APPENDIX Always use pop-count for 1-counts as we AND, then C is a clique iff all C level-1 counts are |V C|-1. In fact one can mine out all cliques by just analyzing the PT counts. Note: If one creates PT, lots of tasks become easy! E.g., clique mining, shortest path mining, degree community mining, density community mining! What else? 1 2 3 4 G1 A k-plex is a maximal subgraph in which each vertex is adjacent to all other vertices of the subgraph except at most k of them. A k-core is a maximal subgraph in which each vertex is adjacent to at least k other vertices of the subgraph. In any graph there is a whole hierarchy of cores of different order. k-plex existence alg (using the GPpT): C is a k-plex iff vC|Cv| |VC|2–k2 k-core existence alg (using the GPpT): C is a k-core iff vC, |VC| k . k-plex inheritance thm: Every induced subgraph of a k-plex is a k-plex. Mine all max k-plexes: Use |Cv| vC k-core inheritance thm: If a cover of G by induced k-cores, G is a k-core. Mine all max k-cores: Use |Cv| vC Clique=community s.t. edge between each vertex pair. Community=subgraph w more edges inside than linked to its outside. Gene-Gene Ints: # edges = 1B (10 9) Person-Tweet Security: # edges = 7B*10K= 10 14 Recommenders: # edges = 1MB (1015) Friends Social: # edges = 4BB (1018) Stock-Price: # edges = 1013 An Induced SubGraph (ISG) C, is a subgraph that inherits all of G’s edges on its own vertices. A k-ISG (k vertices), C, is a k-clique iff all of its (k-1)-Sub-ISGs are (k-1)-cliques. 1 3:2 As a Rolodex card C Ekey 1,3 1,4 2,4 3,4 2:3 12 2 3 1 V2 V1 4:3 1:2 V1 1 | 1 | 2 | 3 | 2:3 3:2 4:3 E=Adj matrix 1:2 V2 ELabel 3 1 4 2 4 3 4 1 PVL,1 1 1 1 1 Bit offset 1 2 V (vertex tbl) 3 Vkey VL 4 1 2 5 6 2 3 7 3 2 8 4 3 9 10 11 PVL,0 PC 12 13 0 1 14 0 1 1 15 0 1 16 1 Ekey 1,1 1,2 1,3 1,4_ 2,1 2,2 2,3 2,4_ 3,1 3,2 3,3 3,4_ 4,1 4,2 4,3 4,4 PE 0 0 1 1_ 0 0 0 1_ 1 0 0 1_ 1 1 1 0 PU 0 0 1 1_ 0 0 0 1_ 0 0 0 1_ 0 0 0 0 EL 0 0 1 2_ 0 0 0 3_ 0 0 0 1_ 2 3 1 0 PEL.,1 0 0 0 1_ 0 0 0 1_ 0 0 0 1_ 1 1 0 0 PEL.,0 0 0 1 0_ 0 0 0 1_ 1 0 0 0_ 0 1 1 0 P1 1 1 1 1_ 0 0 0 0_ 0 0 0 0_ 0 0 0 0 P2 0 0 0 0_ 1 1 1 1_ 0 0 0 0_ 0 0 0 0 P3 0 0 0 0_ 0 0 0 0_ 1 1 1 1_ 0 0 0 0 P4 0 0 0 0_ 0 0 0 0_ 0 0 0 0_ 1 1 1 1 PEC=PE&PC 0 0 1 1_ 0 0 0 0_ 1 0 0 1_ 1 0 1 0 PUC=PU&PC 0 0 1 1_ 0 0 0 0_ 0 0 0 1_ 0 0 0 0 (C=Induced SubGraph with VC={1,3,4}) 2:3 3:2 4:3 PUC 0 0 1 1_ 0 0 0 0_ 0 0 0 1_ 0 0 0 0 Ct=3 PUD 0 0 1 0_ 0 0 0 0_ 0 0 0 0_ 0 0 0 0 Ct=1 PUF 0 0 0 1_ 0 0 0 1_ 0 0 0 0_ 0 0 0 0 Ct=2 PUH 0 0 0 0_ 0 0 0 1_ 0 0 0 1_ 0 0 0 0 Ct=2 1 2 3 1 Clique Existence Alg is induced SG a clique. Edge Count existence thm (EC): |EC||PUC|=COMB(|VC|,2)|VC|!/((|VC|-2)!2!) Apply EC 3vertex ISGs (3-Clique iff |PU|= 3!/(2!1!)=3) VC={1,3,4} VD={1,2,3} VF={1,2,4} VH={2,3,4} C only 3-Clique. SubGraph existence theorem (SG): (VC,EC) is a k-clique iff every induced k-1 subgraph, (V D,ED) is a (k-1)-clique. SG or EC better? Extend to quasi-cliques? Extend to mine out all cliques? A Clique Mining algorithm finds all cliques in a graph. For Clique-Mining we can use an ARM-Apriori-like downward closure property: CSkkCliqueSet, CCSk+1Candidatek+1CliqueSet By the SG clique thm, CCSk+1= all s of CSk pairs having k-1 common vertices. Let CCCSk+1 be a union of two k-cliques with k-1 common vertices. Let v and w be the kth vertices (different) of the two k-cliques, then CCSk+1 iff (PE)(v,w)=1. (We just need to check a single bit in P E.) Form CCSk+1: Union CSk pairs sharing k-1 vertices, check single PE bit. Below, k=2, so we check edge pairs sharing 1 vertex, then check the 1 new edge bit in P E. CS2=E={13 14 24 34} PE(3,4) = PE(4*[3-1]+4=12)=1 134CS3 Already have 134 PE(2,3)=PE(4*[2-1]+3=7)=0 PE(1,2) = PE(4*[1-1]+2=2)=0 The only expensive part of this is forming CCSk. And that is expensive only for CCS3 (as in Apriori ARM) Next? List out CS3 = {134} form CCS4 = . Done. Internal degree of C, kCint =vC kvint 2=|PC&PE&Pv1|=kv1int Int/Ext degree of v∈C, kv =# edges v to wC/C’ 0=|P’C&PE&Pv1|=kv1ext Intra-cluster density δint(C)=|edges(C,C)|/(nc(nc−1)/2)=|PE&PC&PLT|/(3*2/2)=3/3=1 int/wxt int External degree of C, kCext =vC kvext 2=|PC&PE&Pv3| =kv3int 2=|PC&PE&Pv4|=kv4int 6=kC ext kC=7 Total degree of C, kC= kCint +kCext 0=|P’C&PE&Pv3|=kv3ext 1=|P’C&PE&Pv4|=kv4ext 1=kC δ Cδ C=1–1/3=2/3 int ext Inter-cluster density δext(C)=|edges(C,C’)| / (nc(n-nc)) =|PE&P’C&PLT|=1/(3*1)=1/3 Tradeoff between large δint(C) and small δext(C) is goal of many community mining algorithms. A simple approach is to Maximize differences. Density Difference algorithm for Communities: δint(C)−δext(C) >Threshold? Degree Difference algorithm: kCint – kCext > Threshold? Easy to compute w pTrees, even for Big Graphs. Graphs are ubiquitous for complex data in all of science. Ignoring Subgraphs of 2 vertices, the four 3-vertex subgraphs are: C={1,3,4}, D={1,2,3}, F={1,2,4}, H={2,3,4} δint(D) =|PE&PD&PLT|/(3*2/2)=1/3 δext(D)=|PE&P’D&PLT|=1/(3*1)=3/3=1 δintD - δextD=1/3–1=-2/3 δext(H)=|PE&P’H&PLT|=1/(3*1)=2/3 D δint(H) =|PE&PH&PLT|/(3*2/2)=2/3 δintH - δextH=2/3-2/3=0 δint(F) =|PE&PF&PLT|/(3*2/2)=2/3 δext(F)=|PE&P’F&PLT|=1/(3*1)=2/3 δintF - δextF=2/3-2/3=0 F H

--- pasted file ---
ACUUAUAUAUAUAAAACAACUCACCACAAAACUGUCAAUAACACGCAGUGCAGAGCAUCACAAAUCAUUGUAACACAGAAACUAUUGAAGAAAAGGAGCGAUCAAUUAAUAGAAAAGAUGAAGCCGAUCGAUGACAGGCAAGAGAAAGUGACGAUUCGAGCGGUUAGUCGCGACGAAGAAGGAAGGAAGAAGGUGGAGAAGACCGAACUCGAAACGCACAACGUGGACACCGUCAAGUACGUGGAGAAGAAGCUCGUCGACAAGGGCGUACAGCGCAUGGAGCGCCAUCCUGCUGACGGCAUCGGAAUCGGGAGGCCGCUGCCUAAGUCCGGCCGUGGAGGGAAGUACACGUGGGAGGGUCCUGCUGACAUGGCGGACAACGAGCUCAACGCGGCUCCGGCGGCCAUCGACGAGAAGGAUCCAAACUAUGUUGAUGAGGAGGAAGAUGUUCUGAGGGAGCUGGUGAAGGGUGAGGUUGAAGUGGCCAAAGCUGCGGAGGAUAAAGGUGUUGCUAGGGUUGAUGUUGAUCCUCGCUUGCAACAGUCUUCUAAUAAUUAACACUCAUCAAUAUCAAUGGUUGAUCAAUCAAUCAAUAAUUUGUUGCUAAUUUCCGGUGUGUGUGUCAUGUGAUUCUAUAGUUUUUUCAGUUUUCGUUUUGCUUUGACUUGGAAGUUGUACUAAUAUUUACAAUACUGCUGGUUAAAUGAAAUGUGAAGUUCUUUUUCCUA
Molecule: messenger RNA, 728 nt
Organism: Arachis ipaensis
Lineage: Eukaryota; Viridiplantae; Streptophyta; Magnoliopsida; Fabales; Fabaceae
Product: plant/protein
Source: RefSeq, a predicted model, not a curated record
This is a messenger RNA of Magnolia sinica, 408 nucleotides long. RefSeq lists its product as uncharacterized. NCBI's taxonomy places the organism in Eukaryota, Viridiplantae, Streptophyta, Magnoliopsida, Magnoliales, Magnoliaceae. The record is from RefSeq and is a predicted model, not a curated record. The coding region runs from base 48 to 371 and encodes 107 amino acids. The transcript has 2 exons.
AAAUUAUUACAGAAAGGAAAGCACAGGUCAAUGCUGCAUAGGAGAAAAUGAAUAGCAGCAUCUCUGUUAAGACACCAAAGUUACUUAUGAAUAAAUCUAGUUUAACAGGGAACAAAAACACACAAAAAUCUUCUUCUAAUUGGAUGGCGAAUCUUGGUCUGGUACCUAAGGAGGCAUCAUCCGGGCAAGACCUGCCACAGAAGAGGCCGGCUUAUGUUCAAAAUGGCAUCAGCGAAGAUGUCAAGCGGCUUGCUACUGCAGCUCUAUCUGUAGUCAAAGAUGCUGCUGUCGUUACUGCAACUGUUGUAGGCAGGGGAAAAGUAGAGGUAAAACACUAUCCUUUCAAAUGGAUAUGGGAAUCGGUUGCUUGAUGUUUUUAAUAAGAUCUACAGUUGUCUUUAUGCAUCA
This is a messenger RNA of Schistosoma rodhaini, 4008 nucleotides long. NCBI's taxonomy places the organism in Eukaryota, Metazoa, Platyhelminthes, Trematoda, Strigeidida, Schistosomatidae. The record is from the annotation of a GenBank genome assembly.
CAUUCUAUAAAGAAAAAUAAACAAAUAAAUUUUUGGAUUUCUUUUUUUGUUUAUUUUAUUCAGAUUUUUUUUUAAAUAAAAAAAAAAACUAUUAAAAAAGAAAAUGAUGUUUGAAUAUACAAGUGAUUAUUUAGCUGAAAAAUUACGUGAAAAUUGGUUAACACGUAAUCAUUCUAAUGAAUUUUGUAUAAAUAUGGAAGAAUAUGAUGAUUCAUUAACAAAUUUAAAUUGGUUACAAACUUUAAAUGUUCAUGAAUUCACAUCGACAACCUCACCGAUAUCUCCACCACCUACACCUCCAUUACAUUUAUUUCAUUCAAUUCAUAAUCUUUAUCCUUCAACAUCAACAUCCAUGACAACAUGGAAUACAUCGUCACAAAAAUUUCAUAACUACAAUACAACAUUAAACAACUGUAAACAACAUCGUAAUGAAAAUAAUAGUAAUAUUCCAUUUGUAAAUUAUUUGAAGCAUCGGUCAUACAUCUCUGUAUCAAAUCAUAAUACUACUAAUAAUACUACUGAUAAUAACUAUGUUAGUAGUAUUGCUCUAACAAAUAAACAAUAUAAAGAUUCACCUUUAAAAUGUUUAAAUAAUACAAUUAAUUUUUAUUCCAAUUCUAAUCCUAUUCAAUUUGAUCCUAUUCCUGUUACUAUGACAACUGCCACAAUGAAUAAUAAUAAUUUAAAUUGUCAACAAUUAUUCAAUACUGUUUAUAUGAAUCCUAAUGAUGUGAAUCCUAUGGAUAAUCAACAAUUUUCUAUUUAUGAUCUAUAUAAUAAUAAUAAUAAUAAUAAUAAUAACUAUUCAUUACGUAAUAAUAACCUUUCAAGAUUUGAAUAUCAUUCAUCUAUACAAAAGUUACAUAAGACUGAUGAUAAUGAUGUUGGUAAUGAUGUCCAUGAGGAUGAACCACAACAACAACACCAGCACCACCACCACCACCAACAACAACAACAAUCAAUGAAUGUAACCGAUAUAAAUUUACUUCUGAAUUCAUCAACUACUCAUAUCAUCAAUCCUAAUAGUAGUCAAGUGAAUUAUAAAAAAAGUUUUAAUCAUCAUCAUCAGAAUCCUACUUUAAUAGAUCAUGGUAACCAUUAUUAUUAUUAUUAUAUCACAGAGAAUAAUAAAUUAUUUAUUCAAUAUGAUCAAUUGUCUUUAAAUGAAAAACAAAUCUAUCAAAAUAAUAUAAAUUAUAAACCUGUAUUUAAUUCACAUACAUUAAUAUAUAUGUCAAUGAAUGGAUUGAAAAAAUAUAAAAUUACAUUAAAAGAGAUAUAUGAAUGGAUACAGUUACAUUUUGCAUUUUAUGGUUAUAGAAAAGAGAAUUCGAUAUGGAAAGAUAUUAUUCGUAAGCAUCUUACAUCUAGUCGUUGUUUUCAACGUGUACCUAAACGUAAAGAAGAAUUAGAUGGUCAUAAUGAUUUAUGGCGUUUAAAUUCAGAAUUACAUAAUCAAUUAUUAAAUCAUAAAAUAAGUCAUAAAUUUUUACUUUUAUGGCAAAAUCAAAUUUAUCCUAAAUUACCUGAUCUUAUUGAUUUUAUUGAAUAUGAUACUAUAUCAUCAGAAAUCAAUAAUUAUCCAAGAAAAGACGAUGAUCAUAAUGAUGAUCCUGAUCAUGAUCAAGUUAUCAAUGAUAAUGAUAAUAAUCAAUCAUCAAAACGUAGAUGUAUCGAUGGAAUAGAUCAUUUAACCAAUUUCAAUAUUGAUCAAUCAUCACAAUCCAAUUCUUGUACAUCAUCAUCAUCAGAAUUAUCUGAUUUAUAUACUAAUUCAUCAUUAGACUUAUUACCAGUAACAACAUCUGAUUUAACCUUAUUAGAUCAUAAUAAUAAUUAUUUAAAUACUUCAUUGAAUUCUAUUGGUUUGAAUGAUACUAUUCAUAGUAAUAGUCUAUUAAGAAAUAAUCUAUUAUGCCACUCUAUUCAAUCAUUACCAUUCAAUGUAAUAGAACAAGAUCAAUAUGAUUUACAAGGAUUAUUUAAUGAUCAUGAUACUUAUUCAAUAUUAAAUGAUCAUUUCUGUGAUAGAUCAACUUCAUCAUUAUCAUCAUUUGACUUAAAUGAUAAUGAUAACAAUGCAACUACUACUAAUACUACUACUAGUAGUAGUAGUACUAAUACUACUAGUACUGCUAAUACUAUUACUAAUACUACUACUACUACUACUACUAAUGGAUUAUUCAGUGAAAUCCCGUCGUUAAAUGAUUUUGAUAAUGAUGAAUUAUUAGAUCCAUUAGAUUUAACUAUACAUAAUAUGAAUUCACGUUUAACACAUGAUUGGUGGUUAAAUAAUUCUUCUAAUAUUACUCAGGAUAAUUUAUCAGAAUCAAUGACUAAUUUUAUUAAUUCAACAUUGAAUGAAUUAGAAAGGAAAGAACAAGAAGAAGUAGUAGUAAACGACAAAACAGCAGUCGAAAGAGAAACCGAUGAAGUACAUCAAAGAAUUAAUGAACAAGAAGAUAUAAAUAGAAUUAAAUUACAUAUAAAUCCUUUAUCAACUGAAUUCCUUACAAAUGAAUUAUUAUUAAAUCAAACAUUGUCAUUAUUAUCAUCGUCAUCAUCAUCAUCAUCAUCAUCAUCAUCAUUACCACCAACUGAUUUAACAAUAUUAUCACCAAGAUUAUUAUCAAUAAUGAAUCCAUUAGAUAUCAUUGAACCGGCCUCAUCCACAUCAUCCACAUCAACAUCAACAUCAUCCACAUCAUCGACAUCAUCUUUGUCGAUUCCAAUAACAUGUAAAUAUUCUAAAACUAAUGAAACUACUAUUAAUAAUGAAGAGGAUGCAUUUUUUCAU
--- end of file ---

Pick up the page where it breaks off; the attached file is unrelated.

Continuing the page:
The Exception Class Hierarchy • Part of the error and exception class hierarchy in the Java API: https://docs.oracle.com/javase/7/docs/api/java/lang/Throwable.html https://docs.oracle.com/javase/7/docs/api/java/lang/Error.html https://docs.oracle.com/javase/7/docs/api/java/lang/Exception.html https://docs.oracle.com/javase/7/docs/api/java/lang/RuntimeException.html Java Foundations, 3rd Edition, Lewis/DePasquale/Chase 10 - 22